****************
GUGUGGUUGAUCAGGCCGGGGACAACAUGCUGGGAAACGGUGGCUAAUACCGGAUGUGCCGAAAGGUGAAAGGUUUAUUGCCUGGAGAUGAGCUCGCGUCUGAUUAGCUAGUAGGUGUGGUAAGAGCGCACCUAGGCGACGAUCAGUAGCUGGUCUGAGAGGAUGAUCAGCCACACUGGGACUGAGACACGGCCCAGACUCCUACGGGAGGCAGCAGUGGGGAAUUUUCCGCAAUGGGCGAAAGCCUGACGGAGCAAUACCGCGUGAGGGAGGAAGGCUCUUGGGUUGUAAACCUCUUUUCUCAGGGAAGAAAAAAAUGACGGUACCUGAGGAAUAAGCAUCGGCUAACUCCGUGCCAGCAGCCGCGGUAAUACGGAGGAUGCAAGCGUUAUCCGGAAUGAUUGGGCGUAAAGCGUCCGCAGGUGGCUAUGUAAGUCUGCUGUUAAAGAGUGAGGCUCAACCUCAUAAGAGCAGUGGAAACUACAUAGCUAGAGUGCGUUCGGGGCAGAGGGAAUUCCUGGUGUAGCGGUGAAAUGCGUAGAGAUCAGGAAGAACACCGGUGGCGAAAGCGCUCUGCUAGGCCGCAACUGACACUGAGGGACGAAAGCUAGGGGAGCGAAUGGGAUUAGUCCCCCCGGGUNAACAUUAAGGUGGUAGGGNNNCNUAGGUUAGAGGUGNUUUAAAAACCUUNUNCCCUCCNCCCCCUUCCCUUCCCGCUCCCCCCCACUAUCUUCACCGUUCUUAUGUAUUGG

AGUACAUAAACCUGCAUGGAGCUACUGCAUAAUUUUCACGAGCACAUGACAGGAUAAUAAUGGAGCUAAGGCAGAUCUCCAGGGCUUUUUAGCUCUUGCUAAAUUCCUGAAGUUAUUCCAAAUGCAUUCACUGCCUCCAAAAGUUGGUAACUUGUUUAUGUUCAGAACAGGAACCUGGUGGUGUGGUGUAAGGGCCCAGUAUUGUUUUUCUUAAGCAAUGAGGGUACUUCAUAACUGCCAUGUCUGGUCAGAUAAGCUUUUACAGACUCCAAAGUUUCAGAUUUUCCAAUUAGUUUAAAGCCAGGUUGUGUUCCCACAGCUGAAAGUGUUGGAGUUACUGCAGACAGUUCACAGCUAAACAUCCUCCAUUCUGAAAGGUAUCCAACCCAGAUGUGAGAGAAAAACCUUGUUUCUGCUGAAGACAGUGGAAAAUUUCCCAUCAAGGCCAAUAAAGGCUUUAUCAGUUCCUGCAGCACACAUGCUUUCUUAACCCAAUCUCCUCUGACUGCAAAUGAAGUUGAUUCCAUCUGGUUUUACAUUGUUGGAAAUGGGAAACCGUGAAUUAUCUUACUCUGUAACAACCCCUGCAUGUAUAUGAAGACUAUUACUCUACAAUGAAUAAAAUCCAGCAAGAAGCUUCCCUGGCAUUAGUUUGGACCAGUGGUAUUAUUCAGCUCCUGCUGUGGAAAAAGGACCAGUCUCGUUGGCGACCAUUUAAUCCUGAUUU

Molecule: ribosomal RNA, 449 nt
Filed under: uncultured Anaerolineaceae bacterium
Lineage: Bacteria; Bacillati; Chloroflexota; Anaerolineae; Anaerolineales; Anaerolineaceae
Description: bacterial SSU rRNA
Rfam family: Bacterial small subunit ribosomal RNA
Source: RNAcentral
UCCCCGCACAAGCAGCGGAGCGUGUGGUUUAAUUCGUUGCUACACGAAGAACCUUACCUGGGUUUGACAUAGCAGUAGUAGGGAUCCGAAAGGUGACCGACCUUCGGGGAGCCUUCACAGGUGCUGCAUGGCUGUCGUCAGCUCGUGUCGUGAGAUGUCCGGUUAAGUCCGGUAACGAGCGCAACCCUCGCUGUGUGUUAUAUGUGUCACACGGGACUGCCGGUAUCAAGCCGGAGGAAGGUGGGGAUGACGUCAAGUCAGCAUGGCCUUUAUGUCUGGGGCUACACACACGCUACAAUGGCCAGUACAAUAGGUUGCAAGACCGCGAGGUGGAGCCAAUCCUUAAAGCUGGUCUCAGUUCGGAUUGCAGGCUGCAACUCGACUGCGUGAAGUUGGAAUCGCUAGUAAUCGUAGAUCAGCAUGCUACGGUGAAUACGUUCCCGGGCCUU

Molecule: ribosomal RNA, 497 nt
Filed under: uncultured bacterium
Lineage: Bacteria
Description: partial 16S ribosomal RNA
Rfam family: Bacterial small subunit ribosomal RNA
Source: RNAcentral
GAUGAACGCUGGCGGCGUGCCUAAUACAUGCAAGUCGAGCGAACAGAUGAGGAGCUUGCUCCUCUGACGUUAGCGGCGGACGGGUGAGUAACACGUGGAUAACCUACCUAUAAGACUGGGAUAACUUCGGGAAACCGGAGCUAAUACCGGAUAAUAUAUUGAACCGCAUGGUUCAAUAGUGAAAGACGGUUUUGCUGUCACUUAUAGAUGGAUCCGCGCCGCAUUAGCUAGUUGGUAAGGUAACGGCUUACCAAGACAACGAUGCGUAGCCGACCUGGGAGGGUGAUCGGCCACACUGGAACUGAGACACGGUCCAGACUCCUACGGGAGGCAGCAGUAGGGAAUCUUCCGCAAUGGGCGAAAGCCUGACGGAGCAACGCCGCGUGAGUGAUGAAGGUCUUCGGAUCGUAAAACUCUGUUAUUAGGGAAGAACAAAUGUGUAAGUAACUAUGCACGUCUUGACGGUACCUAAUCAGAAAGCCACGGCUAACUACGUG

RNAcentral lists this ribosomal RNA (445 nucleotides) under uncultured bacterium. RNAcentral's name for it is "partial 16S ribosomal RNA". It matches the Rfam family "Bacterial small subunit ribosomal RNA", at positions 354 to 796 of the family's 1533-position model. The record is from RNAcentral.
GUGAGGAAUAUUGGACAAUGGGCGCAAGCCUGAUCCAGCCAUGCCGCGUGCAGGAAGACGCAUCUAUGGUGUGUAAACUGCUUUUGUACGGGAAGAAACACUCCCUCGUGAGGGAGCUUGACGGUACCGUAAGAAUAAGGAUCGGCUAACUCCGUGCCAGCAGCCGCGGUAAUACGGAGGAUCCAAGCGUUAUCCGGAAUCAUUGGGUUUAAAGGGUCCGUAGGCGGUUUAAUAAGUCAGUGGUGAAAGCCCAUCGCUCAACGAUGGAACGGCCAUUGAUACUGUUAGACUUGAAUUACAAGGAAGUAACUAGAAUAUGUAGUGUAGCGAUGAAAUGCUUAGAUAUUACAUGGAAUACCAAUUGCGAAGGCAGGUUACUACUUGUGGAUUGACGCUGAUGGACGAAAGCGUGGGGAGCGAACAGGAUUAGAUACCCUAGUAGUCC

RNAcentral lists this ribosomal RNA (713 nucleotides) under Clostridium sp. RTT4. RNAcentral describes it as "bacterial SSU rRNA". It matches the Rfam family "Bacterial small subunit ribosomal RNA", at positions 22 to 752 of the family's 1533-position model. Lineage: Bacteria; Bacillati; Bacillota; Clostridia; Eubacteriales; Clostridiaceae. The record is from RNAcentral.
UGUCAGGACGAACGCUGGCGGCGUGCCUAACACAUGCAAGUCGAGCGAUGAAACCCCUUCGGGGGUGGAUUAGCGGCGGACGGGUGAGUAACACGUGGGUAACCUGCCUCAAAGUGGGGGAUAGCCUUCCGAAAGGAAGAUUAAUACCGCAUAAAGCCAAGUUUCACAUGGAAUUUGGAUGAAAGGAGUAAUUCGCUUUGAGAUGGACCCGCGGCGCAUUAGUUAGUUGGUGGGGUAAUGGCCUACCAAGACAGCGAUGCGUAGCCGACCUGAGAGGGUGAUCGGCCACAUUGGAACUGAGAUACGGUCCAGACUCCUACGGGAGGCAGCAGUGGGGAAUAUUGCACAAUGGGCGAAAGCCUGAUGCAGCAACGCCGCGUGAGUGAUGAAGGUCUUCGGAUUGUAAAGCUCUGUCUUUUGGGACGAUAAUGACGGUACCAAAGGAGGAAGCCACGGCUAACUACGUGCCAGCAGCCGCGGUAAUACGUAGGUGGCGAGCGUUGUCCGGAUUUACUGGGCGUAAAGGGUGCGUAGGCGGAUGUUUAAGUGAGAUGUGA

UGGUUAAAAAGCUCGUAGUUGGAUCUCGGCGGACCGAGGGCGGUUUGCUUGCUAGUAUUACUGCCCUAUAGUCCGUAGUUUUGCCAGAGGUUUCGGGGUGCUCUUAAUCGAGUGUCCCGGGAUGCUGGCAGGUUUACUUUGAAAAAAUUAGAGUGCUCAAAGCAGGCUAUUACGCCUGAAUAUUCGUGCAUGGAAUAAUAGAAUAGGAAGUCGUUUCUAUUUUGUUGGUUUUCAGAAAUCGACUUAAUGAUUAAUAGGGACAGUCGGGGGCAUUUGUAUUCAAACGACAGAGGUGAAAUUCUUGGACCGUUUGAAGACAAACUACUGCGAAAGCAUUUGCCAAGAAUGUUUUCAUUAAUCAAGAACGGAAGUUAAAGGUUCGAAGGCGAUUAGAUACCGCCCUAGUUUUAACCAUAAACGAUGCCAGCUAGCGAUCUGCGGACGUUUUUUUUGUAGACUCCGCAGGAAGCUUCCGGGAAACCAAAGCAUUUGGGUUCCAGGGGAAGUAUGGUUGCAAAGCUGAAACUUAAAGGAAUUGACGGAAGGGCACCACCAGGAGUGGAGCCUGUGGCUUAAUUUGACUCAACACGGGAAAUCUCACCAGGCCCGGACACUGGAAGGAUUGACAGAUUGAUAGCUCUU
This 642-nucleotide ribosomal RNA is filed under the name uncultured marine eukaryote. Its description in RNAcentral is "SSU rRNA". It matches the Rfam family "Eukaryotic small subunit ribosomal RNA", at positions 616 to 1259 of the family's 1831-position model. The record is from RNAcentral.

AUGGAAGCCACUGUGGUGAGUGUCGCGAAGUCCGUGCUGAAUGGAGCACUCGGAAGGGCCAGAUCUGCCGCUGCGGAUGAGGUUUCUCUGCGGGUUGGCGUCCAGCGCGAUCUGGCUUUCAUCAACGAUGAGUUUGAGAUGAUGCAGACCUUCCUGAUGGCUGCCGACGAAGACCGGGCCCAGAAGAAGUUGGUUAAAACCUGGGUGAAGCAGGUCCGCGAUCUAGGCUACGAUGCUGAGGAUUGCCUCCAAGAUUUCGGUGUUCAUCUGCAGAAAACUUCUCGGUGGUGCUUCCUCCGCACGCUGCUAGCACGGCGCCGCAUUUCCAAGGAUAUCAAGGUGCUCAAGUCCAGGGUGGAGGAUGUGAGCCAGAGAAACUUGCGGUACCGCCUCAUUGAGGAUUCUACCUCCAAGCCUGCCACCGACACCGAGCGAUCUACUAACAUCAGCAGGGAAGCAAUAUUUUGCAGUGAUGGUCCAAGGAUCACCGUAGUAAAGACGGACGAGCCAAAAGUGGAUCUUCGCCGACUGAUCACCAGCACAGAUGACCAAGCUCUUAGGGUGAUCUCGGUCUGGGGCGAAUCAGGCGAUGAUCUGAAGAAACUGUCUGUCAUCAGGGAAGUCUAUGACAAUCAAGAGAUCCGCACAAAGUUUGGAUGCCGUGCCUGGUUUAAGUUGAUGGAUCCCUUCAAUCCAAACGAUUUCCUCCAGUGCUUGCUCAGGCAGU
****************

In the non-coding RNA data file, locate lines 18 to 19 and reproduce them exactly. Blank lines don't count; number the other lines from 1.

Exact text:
GUGAGGAAUAUUGGACAAUGGGCGCAAGCCUGAUCCAGCCAUGCCGCGUGCAGGAAGACGCAUCUAUGGUGUGUAAACUGCUUUUGUACGGGAAGAAACACUCCCUCGUGAGGGAGCUUGACGGUACCGUAAGAAUAAGGAUCGGCUAACUCCGUGCCAGCAGCCGCGGUAAUACGGAGGAUCCAAGCGUUAUCCGGAAUCAUUGGGUUUAAAGGGUCCGUAGGCGGUUUAAUAAGUCAGUGGUGAAAGCCCAUCGCUCAACGAUGGAACGGCCAUUGAUACUGUUAGACUUGAAUUACAAGGAAGUAACUAGAAUAUGUAGUGUAGCGAUGAAAUGCUUAGAUAUUACAUGGAAUACCAAUUGCGAAGGCAGGUUACUACUUGUGGAUUGACGCUGAUGGACGAAAGCGUGGGGAGCGAACAGGAUUAGAUACCCUAGUAGUCC

RNAcentral lists this ribosomal RNA (713 nucleotides) under Clostridium sp. RTT4. RNAcentral describes it as "bacterial SSU rRNA". It matches the Rfam family "Bacterial small subunit ribosomal RNA", at positions 22 to 752 of the family's 1533-position model. Lineage: Bacteria; Bacillati; Bacillota; Clostridia; Eubacteriales; Clostridiaceae. The record is from RNAcentral.